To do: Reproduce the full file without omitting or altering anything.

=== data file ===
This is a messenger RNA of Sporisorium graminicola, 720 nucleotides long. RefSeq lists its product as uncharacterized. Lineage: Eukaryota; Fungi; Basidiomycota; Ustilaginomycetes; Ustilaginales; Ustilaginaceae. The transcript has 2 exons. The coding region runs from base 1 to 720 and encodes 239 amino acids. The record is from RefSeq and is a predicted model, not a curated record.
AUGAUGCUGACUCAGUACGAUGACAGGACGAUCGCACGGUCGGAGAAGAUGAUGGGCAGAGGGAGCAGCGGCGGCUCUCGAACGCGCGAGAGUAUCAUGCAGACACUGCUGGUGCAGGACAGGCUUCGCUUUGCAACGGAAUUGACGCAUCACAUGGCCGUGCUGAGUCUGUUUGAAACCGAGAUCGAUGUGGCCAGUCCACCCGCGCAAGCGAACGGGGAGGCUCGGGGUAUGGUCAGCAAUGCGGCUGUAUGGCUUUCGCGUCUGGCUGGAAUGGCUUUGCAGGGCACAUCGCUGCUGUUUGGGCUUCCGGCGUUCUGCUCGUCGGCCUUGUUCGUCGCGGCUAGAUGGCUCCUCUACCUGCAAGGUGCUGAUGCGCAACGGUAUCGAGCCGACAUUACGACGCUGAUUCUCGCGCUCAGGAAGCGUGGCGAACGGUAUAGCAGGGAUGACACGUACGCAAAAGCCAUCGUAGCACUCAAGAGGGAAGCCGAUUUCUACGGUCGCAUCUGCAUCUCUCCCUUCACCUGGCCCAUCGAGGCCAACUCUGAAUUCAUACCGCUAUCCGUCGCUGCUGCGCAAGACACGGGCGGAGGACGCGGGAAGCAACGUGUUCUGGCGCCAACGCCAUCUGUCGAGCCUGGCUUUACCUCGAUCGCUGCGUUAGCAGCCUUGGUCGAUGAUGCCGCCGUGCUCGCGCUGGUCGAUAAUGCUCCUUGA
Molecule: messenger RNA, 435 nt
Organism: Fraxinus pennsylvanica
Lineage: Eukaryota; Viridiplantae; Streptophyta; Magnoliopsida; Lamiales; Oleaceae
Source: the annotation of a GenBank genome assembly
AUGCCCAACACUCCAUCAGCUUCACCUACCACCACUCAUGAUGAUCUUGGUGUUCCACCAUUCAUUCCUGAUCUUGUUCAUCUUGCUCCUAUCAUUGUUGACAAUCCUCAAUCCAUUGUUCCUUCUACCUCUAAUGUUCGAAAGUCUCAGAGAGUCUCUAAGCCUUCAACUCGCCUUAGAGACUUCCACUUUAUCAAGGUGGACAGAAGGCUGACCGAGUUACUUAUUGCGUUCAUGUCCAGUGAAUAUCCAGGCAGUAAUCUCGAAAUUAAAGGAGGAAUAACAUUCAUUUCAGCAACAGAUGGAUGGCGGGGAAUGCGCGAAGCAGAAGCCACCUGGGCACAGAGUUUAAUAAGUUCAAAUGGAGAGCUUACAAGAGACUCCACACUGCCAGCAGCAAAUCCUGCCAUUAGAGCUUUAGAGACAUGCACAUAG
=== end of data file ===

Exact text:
This is a messenger RNA of Sporisorium graminicola, 720 nucleotides long. RefSeq lists its product as uncharacterized. Lineage: Eukaryota; Fungi; Basidiomycota; Ustilaginomycetes; Ustilaginales; Ustilaginaceae. The transcript has 2 exons. The coding region runs from base 1 to 720 and encodes 239 amino acids. The record is from RefSeq and is a predicted model, not a curated record.
AUGAUGCUGACUCAGUACGAUGACAGGACGAUCGCACGGUCGGAGAAGAUGAUGGGCAGAGGGAGCAGCGGCGGCUCUCGAACGCGCGAGAGUAUCAUGCAGACACUGCUGGUGCAGGACAGGCUUCGCUUUGCAACGGAAUUGACGCAUCACAUGGCCGUGCUGAGUCUGUUUGAAACCGAGAUCGAUGUGGCCAGUCCACCCGCGCAAGCGAACGGGGAGGCUCGGGGUAUGGUCAGCAAUGCGGCUGUAUGGCUUUCGCGUCUGGCUGGAAUGGCUUUGCAGGGCACAUCGCUGCUGUUUGGGCUUCCGGCGUUCUGCUCGUCGGCCUUGUUCGUCGCGGCUAGAUGGCUCCUCUACCUGCAAGGUGCUGAUGCGCAACGGUAUCGAGCCGACAUUACGACGCUGAUUCUCGCGCUCAGGAAGCGUGGCGAACGGUAUAGCAGGGAUGACACGUACGCAAAAGCCAUCGUAGCACUCAAGAGGGAAGCCGAUUUCUACGGUCGCAUCUGCAUCUCUCCCUUCACCUGGCCCAUCGAGGCCAACUCUGAAUUCAUACCGCUAUCCGUCGCUGCUGCGCAAGACACGGGCGGAGGACGCGGGAAGCAACGUGUUCUGGCGCCAACGCCAUCUGUCGAGCCUGGCUUUACCUCGAUCGCUGCGUUAGCAGCCUUGGUCGAUGAUGCCGCCGUGCUCGCGCUGGUCGAUAAUGCUCCUUGA
Molecule: messenger RNA, 435 nt
Organism: Fraxinus pennsylvanica
Lineage: Eukaryota; Viridiplantae; Streptophyta; Magnoliopsida; Lamiales; Oleaceae
Source: the annotation of a GenBank genome assembly
AUGCCCAACACUCCAUCAGCUUCACCUACCACCACUCAUGAUGAUCUUGGUGUUCCACCAUUCAUUCCUGAUCUUGUUCAUCUUGCUCCUAUCAUUGUUGACAAUCCUCAAUCCAUUGUUCCUUCUACCUCUAAUGUUCGAAAGUCUCAGAGAGUCUCUAAGCCUUCAACUCGCCUUAGAGACUUCCACUUUAUCAAGGUGGACAGAAGGCUGACCGAGUUACUUAUUGCGUUCAUGUCCAGUGAAUAUCCAGGCAGUAAUCUCGAAAUUAAAGGAGGAAUAACAUUCAUUUCAGCAACAGAUGGAUGGCGGGGAAUGCGCGAAGCAGAAGCCACCUGGGCACAGAGUUUAAUAAGUUCAAAUGGAGAGCUUACAAGAGACUCCACACUGCCAGCAGCAAAUCCUGCCAUUAGAGCUUUAGAGACAUGCACAUAG